Dr. Rob’s classroom culture

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by bledsoe on May 31, 2010

When I was in grad school for my teaching degree I took a math course called Modern Geometries (aka Non-Euclidean Geometries) and I enjoyed it a lot.  The subject matter was fascinating (e.g., situations where the shortest distance between two points is not a straight line, triangles whose interior angles don't add up to 180 degrees, etc.) plus the teacher, Dr. Robinson, was really good.  He was smart and funny and we always had a lot of really interesting lectures and class discussions.

One day I was talking with another student who had Dr. Robinson for another class and she mentioned how boring the class was.  I was shocked.  Dr. Rob boring?  I couldn't imagine how this could be possible.  I tried to get some more information from her but she just said that they never did anything interesting, it was just boring lectures, she didn't think he was a very good teacher, etc.

I had never before really given much thought to the "culture" of a particular classroom.  I knew that I had taken classes that were really good, and I had taken classes that were really bad, but I pretty much assumed that the good classes were good because the teacher was good and the bad classes were bad because the teacher was bad.

I mentioned this to Dr. Rob and told him I was confused how my friend could find his class so boring when I found his class so interesting.  He actually confirmed that yes, the other class was kind of boring, and when I asked him why he said, "It's just a different mix of students.  In your class, for example, there are a lot of students who will actively participate in class discussions, while in the other class there aren't.  So it's hard to do much besides just lecture to them."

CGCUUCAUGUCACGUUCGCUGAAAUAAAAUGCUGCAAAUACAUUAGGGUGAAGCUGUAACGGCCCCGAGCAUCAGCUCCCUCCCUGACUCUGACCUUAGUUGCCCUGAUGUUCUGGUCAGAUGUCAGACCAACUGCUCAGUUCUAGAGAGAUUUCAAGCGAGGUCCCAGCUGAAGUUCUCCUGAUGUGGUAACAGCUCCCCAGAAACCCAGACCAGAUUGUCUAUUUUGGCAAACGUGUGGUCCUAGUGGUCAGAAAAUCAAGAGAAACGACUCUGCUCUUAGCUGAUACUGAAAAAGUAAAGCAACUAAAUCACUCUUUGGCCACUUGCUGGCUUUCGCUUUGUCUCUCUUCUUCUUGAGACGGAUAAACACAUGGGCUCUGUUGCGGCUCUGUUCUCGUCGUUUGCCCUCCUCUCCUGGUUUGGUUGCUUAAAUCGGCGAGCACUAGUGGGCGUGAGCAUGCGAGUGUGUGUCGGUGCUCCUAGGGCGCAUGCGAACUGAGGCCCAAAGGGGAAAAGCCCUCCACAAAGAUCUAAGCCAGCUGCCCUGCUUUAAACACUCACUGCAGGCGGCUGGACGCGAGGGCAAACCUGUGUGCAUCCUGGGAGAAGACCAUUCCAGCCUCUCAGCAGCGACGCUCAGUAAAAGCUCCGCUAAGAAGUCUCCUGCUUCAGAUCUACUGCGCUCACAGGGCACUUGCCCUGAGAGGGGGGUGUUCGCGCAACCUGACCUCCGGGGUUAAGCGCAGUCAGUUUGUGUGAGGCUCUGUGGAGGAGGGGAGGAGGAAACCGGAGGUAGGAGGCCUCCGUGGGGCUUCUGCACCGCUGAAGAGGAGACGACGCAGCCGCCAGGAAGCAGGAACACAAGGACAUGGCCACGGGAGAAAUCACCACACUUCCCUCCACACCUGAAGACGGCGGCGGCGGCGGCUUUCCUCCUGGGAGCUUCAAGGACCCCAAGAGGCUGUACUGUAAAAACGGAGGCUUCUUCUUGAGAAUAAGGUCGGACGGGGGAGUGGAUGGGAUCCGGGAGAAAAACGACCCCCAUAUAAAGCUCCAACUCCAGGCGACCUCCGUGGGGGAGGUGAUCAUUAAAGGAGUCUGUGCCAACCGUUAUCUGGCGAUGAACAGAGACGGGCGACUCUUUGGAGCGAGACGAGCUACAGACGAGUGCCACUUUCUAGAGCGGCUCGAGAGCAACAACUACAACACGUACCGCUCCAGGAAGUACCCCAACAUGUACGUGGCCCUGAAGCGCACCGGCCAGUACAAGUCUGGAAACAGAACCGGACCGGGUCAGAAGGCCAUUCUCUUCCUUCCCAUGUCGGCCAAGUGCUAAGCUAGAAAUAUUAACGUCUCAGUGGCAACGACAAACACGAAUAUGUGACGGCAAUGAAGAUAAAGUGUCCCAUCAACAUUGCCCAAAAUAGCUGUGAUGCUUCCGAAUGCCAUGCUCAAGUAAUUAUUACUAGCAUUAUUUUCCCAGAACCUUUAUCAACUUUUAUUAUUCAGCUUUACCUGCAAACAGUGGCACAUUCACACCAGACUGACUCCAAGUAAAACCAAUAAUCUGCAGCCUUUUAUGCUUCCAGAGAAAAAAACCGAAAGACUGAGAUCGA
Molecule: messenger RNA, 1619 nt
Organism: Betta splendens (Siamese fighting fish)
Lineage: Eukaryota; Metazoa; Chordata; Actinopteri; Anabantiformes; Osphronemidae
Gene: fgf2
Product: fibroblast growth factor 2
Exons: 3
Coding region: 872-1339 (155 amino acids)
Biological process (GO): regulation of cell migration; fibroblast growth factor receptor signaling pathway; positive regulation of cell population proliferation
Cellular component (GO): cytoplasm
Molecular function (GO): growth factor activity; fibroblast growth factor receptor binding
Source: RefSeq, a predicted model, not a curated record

This was the first time I'd ever considered the fact that the particular mix of students in a class might have some influence on the class atmosphere or culture.  Since then, of course, I've learned that there are a whole ton of things that contribute to the tone or culture of a particular class, and while the teacher certainly has a great deal of influence on it, so do a lot of other things.  I suspect that really good teachers can mitigate the influence of a lot of these other factors and create a good class even in challenging situations, but I've also heard plenty of stories from really good teachers in which they found themselves in a class with really difficult students, or unsupportive administrators or parents, or just bad mojo, and nothing they did seemed to make it better.

I'm continually fascinated by this idea of a classroom culture, and what kinds of things can and can't be done to create or improve on it.  In particular, how much influence does the teacher have in creating a classroom culture that's conducive to effective learning, and what things are beyond his or her control?

Image by Network Osaka on Flickr.

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